Don’t leave me this way: what we can learn about grief and bereavement from the AIDS pandemic

14 February 2022
David Woodhead

By David Woodhead

The party’s theme is ‘come dressed as a banana’. I arrive late, having been to a Gay Soc Christmas Mince Pie and Mince, and I am much relieved that nobody has followed the instruction, although there is a guy carrying a five-foot inflatable with the word ‘Chiquita’ emblazoned on it, and another who has fashioned a hat out of several pounds of fruit from the local market.

The first person I bump into is a guy from my French literature class. ‘We’ve not seen much of you this term’, he says, ‘Victor Hugo misses you’. I pull up the sides of my mouth to approximate a smile, take a can of lager from the sink full of ice, and back out of the kitchen, hoping to find someone I know who isn’t going to remind me that since I came out last Spring, the allure of the library has been overridden by the charms of Old Compton Street.

There’s a DJ in the front room who’s playing Lisa Stanfield – she’s been around the world and still can’t find her baby – and then, in a moment of pure festive joy, the Communards. I move towards the centre of the room to dance, throw my hands in the air, and sing along. Don’t leave me this way. I then realise I am standing next to Kim, a psychology student I met at a party last June in New Cross, just after I had finished my second-year exams. She had been there with her housemate/best friend John, a six-foot two Morrissey lookalike, with whom I chatted all night about Thatcher and the poll tax, shared a passionate kiss, and gave my phone number.

Kim smiles and walks towards me, and pulls me out of the room, by my elbow, into the hallway.

‘How’s John?’, I ask. ‘I waited for his call’.

‘He died’, she says.


AIDS flourished in a climate of deep shame and fear, fuelled by the violent commentary of homophobic media and by authorities that variously ignored what was happening, or insisted that nothing should be done, or systematically excluded gay, bisexual and other men who have sex with men when they were most vulnerable. Section 28, for example, banned schools from even acknowledging lesbian and gay lives.

The much-lauded public education campaign ‘Don’t Die of Ignorance’, with its tombstones and lack of acknowledgement of same sex relationships, effectively blamed and isolated the people who most needed support. Community based organisations, like Healthy Gay Manchester and the Aled Richards Trust in Bristol, led the way in educating gay men in the face of the onslaught. By the mid-90s, with advances in medication, deaths started to fall.

The grief, personal and shared, was at times overwhelming. Some of us felt guilty for having survived.

AIDS changed our identities, altered our relationships, limited the sex we had, and shaped our expectations of what we could achieve and who we might be.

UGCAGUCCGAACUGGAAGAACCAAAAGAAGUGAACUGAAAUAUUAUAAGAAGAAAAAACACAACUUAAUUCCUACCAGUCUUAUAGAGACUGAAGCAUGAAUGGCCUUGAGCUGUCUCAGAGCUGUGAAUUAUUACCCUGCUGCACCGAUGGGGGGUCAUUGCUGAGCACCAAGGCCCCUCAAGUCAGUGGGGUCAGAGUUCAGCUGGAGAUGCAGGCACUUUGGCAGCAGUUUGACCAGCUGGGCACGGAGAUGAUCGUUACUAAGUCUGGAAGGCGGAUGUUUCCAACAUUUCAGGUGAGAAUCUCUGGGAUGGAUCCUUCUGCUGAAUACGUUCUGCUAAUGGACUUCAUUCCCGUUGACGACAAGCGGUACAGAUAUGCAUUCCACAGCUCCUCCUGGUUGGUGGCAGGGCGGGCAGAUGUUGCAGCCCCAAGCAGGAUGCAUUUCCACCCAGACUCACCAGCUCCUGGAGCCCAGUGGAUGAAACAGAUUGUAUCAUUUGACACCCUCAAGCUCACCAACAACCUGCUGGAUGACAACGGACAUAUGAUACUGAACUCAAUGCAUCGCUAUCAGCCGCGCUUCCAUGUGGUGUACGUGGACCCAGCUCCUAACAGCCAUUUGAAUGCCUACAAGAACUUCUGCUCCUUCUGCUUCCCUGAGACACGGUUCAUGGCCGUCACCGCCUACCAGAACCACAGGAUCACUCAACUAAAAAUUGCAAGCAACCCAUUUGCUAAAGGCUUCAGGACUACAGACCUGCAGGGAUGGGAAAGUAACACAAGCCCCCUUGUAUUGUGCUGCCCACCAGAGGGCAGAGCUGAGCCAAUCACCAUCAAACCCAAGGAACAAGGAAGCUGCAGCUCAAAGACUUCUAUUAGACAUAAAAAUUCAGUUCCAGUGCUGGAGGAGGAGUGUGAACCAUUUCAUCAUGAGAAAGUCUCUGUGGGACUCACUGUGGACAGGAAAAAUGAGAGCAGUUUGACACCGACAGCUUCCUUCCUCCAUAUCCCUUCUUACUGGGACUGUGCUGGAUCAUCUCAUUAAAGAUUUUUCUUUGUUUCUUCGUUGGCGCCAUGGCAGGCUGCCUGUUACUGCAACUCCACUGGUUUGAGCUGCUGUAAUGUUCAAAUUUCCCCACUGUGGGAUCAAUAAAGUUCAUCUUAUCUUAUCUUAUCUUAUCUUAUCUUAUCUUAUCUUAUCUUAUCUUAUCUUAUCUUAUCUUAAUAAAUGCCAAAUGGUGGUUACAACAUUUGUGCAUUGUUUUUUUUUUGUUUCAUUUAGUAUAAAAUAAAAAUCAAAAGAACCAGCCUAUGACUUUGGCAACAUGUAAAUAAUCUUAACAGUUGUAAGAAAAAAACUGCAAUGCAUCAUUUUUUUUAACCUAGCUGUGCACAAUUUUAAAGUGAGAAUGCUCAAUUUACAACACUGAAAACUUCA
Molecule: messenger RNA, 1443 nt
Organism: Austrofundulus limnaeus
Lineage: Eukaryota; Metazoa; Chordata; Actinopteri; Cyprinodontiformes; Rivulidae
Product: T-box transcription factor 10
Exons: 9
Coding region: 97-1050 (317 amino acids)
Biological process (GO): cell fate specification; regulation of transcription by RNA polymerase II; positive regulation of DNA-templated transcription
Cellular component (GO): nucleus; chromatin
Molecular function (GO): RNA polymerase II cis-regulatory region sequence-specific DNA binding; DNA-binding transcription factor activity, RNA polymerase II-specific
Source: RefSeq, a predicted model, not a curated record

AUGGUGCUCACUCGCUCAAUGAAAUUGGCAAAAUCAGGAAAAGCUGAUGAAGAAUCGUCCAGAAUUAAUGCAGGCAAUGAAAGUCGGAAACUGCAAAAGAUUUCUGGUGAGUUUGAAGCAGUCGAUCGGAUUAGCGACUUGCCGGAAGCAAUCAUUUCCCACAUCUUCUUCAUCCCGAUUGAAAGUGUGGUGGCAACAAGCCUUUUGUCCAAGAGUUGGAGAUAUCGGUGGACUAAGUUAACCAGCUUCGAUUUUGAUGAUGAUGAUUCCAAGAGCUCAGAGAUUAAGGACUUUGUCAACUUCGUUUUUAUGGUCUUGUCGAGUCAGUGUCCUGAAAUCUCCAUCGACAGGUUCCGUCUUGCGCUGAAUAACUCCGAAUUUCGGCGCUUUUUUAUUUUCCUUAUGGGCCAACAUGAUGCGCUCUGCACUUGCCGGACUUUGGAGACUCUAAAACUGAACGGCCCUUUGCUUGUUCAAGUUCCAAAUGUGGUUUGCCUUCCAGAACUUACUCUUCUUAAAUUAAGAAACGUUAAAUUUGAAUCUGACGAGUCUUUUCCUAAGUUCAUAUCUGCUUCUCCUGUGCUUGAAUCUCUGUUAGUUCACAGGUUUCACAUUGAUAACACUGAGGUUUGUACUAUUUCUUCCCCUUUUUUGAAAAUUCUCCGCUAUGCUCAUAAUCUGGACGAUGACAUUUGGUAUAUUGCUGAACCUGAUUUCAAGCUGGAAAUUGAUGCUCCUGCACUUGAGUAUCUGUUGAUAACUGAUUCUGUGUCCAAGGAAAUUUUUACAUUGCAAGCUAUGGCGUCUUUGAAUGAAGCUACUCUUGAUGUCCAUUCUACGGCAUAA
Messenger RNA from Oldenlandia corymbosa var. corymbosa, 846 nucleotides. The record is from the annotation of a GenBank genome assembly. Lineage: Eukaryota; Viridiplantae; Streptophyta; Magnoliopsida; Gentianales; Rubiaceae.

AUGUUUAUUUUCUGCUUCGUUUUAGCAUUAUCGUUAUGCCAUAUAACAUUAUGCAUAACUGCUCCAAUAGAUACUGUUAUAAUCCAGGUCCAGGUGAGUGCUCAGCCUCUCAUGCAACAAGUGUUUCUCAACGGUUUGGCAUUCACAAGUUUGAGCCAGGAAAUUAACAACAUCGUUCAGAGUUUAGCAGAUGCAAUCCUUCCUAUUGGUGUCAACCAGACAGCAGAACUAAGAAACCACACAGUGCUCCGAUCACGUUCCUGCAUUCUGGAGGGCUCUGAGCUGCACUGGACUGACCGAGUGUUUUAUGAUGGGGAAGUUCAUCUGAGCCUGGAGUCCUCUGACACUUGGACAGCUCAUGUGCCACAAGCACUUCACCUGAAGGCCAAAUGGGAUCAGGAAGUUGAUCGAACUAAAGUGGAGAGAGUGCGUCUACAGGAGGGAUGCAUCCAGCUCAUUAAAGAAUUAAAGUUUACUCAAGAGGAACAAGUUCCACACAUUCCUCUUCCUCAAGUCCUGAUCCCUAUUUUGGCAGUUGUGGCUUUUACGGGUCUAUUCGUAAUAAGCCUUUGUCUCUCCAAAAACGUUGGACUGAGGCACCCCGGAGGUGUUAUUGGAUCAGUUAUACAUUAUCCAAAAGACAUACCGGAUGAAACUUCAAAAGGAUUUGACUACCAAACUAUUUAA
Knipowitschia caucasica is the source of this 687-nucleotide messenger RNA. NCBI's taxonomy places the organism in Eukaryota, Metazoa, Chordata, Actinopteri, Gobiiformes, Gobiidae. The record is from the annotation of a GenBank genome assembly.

Those of us who survived are grateful, but the memories endure. We bore witness to the deaths of friends and lovers, and friends of lovers, and friends of friends. The grief, personal and shared, was at times overwhelming. Some of us felt guilty for having survived.

The scale of support offered, despite the tireless interventions of cutting-edge organisations like Terrence Higgins Trust and London Friend, could not meet the magnitude of the trauma we endured.

Taking a step back, we can see how these experiences contribute to the depression and anxiety some of us carry still, our struggles with substances and alcohol, as well as our long-term physical health challenges.

And whilst the prognosis for well-medicated HIV positive people now is much better – preventing disease progression and making infection impossible – hostility and stigma are still widely experienced, with potentially devastating consequences.

we can see how these experiences contribute to the depression and anxiety some of us carry still

Epidemics have long term social impacts, that much is clear. To reflect upon this painful chapter of history gives us strong clues about the challenges we face: pulling out of the Covid wreckage will take time. And its impacts on our mental health and wellbeing will be felt for many years to come.

Once we are out of the crisis, and we have caught our breath, the full horror of grief is likely to emerge. Anger at what we have lost will intensify. The legacy of our diminished relationships and restricted lives will surely take hold. Health care workers will set forth on the long road to conquering their exhaustion.

How we make sense of who we are and how we should live will be forever changed – just as it was for those gay men who came through the ’80s and ’90s.

Might we, therefore, listen to those who have survived a catastrophic pandemic before, to plan for the aftermath of this one? To understand the long-term mental health impacts of grief? The trick, after all, is to learn from history, not simply to repeat it.

AIDS Memory UK is campaigning to establish a UK AIDS Memorial in London.

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